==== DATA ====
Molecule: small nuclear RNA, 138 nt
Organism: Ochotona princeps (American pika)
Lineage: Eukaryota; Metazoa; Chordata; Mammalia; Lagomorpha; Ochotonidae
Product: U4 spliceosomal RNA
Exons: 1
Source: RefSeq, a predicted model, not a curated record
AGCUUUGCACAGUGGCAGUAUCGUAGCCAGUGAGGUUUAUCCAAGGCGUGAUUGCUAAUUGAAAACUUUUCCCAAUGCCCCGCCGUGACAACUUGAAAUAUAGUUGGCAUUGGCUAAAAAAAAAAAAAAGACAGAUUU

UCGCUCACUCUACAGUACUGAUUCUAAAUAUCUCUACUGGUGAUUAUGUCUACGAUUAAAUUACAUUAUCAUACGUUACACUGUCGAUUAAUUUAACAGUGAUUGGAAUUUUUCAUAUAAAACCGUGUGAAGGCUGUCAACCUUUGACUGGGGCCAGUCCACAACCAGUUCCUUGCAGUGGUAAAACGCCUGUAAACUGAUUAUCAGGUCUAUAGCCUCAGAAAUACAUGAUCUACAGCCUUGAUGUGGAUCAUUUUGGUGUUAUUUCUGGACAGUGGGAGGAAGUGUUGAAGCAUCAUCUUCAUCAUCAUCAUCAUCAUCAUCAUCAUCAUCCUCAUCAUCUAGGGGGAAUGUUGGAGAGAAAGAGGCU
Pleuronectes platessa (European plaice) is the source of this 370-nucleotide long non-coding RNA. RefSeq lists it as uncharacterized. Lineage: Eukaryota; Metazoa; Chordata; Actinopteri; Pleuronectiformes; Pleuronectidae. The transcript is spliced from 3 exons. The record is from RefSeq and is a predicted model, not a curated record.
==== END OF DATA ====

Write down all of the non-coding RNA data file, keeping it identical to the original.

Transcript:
Molecule: small nuclear RNA, 138 nt
Organism: Ochotona princeps (American pika)
Lineage: Eukaryota; Metazoa; Chordata; Mammalia; Lagomorpha; Ochotonidae
Product: U4 spliceosomal RNA
Exons: 1
Source: RefSeq, a predicted model, not a curated record
AGCUUUGCACAGUGGCAGUAUCGUAGCCAGUGAGGUUUAUCCAAGGCGUGAUUGCUAAUUGAAAACUUUUCCCAAUGCCCCGCCGUGACAACUUGAAAUAUAGUUGGCAUUGGCUAAAAAAAAAAAAAAGACAGAUUU

UCGCUCACUCUACAGUACUGAUUCUAAAUAUCUCUACUGGUGAUUAUGUCUACGAUUAAAUUACAUUAUCAUACGUUACACUGUCGAUUAAUUUAACAGUGAUUGGAAUUUUUCAUAUAAAACCGUGUGAAGGCUGUCAACCUUUGACUGGGGCCAGUCCACAACCAGUUCCUUGCAGUGGUAAAACGCCUGUAAACUGAUUAUCAGGUCUAUAGCCUCAGAAAUACAUGAUCUACAGCCUUGAUGUGGAUCAUUUUGGUGUUAUUUCUGGACAGUGGGAGGAAGUGUUGAAGCAUCAUCUUCAUCAUCAUCAUCAUCAUCAUCAUCAUCAUCCUCAUCAUCUAGGGGGAAUGUUGGAGAGAAAGAGGCU
Pleuronectes platessa (European plaice) is the source of this 370-nucleotide long non-coding RNA. RefSeq lists it as uncharacterized. Lineage: Eukaryota; Metazoa; Chordata; Actinopteri; Pleuronectiformes; Pleuronectidae. The transcript is spliced from 3 exons. The record is from RefSeq and is a predicted model, not a curated record.